Read The Cross and the Curse (Bernicia Chronicles Book 2) Online

Authors: Matthew Harffy

Tags: #Bernicia Chronicles #2

The Cross and the Curse (Bernicia Chronicles Book 2) (8 page)

Beobrand looked up at the sky. He could not make out the moon, just a slight silvering in the thick clouds. Little light reached the rain-slick ground.

They had been walking for what seemed a long time.

Some time before, they had crossed the wide river using the huge bridge that had been left by the same people who built the Wall. Even with the anxiety of impending battle, Beobrand could not stop himself from marvelling at the construction. It was made of massive blocks of stone that, using some cunning or magic, were placed together to form giant arches carrying the road high over the dark water. One of the arches had collapsed at some time in the past, and was now bridged by stout wooden planks. The men had crossed this slowly, unsure it would take their weight after the solidity of the stone. But it had held, the sound of the men's passing loud over the quiet flow of the river.

Beobrand hoped he could return in daylight to see the bridge. He smiled grimly in the darkness. For that, he would need to survive the night.

Surely they would be upon the Waelisc soon. They must have fires that they would see long before reaching the enemy encampment. Peering into the night Beobrand only saw shadows and darkness. He could barely make out the shapes of the men in the rank in front of him. Could it be that the Waelisc had moved their camp? Or perhaps they had decided against lighting fires. Were they expecting a night attack?

Beobrand's stomach clenched. He had been unable to eat much that evening. His bowels were in turmoil. He recognised the feeling of dread that always settled on him before battle. His mouth was dry. His throat rasped. He wished he could stop to drink, but that was out of the question. Oswald's host continued south along the Deira Stræt. Now that the decision had been taken to march at night, nobody else seemed especially concerned.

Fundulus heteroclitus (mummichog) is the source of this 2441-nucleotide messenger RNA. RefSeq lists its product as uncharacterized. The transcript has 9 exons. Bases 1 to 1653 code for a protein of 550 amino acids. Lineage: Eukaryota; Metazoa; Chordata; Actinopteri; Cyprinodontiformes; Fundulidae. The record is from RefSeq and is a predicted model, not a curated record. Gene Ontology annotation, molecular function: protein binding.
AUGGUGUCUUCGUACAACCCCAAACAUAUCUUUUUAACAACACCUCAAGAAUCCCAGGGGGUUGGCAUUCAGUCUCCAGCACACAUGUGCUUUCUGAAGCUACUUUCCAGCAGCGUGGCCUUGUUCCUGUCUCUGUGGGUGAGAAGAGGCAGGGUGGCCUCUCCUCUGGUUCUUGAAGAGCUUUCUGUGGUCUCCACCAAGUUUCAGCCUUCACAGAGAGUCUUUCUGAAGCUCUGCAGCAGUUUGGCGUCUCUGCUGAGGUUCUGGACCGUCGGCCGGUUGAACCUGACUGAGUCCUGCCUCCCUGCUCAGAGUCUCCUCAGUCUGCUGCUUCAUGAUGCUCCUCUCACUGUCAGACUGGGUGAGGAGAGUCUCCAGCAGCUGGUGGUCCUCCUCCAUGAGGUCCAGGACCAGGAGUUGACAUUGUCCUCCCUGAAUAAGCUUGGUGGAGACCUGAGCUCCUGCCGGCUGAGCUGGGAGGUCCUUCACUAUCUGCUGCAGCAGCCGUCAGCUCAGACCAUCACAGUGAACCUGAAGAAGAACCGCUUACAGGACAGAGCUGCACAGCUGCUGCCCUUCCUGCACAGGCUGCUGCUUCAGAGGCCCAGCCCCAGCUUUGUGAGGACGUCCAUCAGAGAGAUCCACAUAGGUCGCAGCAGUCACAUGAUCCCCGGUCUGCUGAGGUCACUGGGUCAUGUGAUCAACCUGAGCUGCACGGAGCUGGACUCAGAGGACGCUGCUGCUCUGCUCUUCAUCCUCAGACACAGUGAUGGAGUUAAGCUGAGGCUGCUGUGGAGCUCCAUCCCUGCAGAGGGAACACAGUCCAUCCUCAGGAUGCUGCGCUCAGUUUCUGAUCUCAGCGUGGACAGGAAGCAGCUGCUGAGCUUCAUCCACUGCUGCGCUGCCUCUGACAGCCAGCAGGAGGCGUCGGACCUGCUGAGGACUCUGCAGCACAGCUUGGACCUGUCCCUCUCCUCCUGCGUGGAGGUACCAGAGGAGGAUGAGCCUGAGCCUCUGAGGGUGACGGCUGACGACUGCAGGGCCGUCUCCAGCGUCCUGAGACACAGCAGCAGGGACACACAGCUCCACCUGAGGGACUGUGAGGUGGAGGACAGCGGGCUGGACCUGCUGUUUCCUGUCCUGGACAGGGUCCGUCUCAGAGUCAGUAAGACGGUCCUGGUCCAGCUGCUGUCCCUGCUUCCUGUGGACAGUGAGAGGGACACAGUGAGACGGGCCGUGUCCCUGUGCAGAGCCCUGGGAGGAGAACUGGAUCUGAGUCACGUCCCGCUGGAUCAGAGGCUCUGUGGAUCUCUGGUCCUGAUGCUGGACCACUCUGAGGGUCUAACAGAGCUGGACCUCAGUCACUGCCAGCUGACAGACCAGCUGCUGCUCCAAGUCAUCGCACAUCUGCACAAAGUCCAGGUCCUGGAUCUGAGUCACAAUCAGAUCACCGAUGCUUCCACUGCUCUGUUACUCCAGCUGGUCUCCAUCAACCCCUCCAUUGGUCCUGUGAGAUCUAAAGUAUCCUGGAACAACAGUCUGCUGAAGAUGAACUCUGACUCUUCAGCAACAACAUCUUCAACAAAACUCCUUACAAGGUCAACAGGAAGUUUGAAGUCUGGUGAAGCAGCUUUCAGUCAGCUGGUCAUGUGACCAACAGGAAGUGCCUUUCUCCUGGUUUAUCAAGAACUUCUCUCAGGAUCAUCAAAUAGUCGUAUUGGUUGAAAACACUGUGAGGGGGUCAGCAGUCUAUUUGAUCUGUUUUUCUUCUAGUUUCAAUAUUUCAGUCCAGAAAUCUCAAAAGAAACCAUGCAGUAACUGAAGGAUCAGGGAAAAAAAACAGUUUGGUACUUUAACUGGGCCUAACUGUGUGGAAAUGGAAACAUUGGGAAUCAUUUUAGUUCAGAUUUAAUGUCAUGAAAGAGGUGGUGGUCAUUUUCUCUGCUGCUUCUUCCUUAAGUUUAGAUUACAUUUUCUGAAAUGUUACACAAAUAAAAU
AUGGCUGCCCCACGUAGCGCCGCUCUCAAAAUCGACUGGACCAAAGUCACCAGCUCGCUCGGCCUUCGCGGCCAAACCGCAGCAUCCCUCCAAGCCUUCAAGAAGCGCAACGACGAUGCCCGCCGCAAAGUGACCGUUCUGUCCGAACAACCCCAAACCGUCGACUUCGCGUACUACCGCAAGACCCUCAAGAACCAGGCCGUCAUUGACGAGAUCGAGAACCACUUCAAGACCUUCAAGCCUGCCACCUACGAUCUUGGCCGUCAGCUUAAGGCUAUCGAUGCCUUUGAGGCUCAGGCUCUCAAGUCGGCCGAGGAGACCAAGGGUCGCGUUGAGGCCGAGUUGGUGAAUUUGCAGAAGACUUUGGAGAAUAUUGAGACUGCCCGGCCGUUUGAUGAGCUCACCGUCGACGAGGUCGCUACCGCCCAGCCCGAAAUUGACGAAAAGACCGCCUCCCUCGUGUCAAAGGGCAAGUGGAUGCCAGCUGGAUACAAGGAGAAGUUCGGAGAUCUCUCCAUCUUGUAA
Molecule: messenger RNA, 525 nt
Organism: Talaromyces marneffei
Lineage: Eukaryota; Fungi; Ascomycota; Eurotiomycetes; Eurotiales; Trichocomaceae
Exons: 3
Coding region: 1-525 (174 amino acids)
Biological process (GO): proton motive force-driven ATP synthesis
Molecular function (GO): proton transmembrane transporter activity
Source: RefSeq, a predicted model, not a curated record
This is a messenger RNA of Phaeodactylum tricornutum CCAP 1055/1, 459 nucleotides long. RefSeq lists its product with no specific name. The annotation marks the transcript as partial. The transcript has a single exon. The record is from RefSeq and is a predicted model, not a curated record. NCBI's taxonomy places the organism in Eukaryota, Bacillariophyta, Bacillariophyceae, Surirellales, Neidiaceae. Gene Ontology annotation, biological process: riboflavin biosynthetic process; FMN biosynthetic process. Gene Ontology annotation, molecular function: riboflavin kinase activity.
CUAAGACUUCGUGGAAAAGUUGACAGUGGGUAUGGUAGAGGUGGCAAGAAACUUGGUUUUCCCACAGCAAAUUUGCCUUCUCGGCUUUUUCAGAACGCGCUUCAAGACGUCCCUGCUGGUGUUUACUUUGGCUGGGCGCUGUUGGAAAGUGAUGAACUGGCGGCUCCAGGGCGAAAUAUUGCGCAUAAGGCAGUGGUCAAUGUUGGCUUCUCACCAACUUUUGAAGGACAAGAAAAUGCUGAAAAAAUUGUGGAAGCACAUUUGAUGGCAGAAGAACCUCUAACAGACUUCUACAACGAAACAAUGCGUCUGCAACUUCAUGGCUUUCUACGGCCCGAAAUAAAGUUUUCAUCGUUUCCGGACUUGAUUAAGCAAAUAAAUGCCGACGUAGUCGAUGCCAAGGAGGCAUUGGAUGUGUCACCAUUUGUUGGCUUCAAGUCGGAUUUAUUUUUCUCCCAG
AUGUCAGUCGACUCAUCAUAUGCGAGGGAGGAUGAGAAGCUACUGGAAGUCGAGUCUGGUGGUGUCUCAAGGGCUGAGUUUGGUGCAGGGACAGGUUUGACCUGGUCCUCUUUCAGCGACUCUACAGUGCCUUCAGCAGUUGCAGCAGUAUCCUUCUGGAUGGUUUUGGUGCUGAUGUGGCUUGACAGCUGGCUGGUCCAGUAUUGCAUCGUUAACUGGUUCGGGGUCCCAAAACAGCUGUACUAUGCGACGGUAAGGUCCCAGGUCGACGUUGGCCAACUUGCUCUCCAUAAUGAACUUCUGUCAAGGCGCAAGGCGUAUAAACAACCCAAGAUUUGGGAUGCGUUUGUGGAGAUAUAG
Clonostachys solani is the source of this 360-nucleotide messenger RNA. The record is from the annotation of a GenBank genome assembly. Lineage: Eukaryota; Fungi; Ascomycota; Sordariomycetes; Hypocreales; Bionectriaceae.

A needle of doubt pricked at Beobrand. Could his idea be flawed? Had he misread the signs that the gods had placed before him? He was not even sure they were signs. The events that led up to this moment could have been nothing more than coincidence. Or perhaps the gods were once again laughing.

Was that a flash of light in the sky? He could not be sure. A deep, slow rumble roiled over the warriors, like mead benches overturned in a brawl in a distant hall.

Thunder.

Thunor. Beobrand pulled on the leather thong at his neck to free the whale tooth hammer amulet that hung there. He gripped it tightly.

The gods were there in the dark. He had sworn his oath to Thunor and now Woden's son was talking.

Another flicker of lightning lit all of the men for an instant. For several heartbeats the image was burnt into his vision. Helms, shields, a forest of spears, frozen in the eye-blink quickening light of Thunor's fire.

The road sloped down before them. In the distance, the red glow of campfires became visible.

As if driven on by the thunder, or perhaps by the sight of their enemies' camp, the warhost surged forward. Beobrand stumbled, his footing unsure on the cracked, slippery stones of the road. He trotted forward, pushed on by the pace of those around him.

If they rushed down like this, they were sure to be heard by sentries who would alert the camp. Another flash of lightning could show any watchers the approaching mass of warriors.

The afterimage from the lightning faded. Sunniva's face came to his mind. Her lustrous hair. The curve of her neck. Her scent. He had sworn he would return to her. He prayed to Thunor not to have him go to his death as an oath breaker.

Then the skies opened.

Torrents of water fell from clouds as swollen as gravid mares. With the rain came a cacophonous roar. In an instant every man was soaked. Clothes and armour were no protection from the vicious force of it. The clouds spewed rain in a tumult. The ditches at either side of the road flooded in moments.

The men slowed. Stunned by the vehemence of the elements.

But Beobrand urged them forward. This is what they had been waiting for. The gods had provided them with the cover they needed. There would be no watching warden who would detect them in this. They could move right up to the camp, as invisible to the Waelisc as spirits.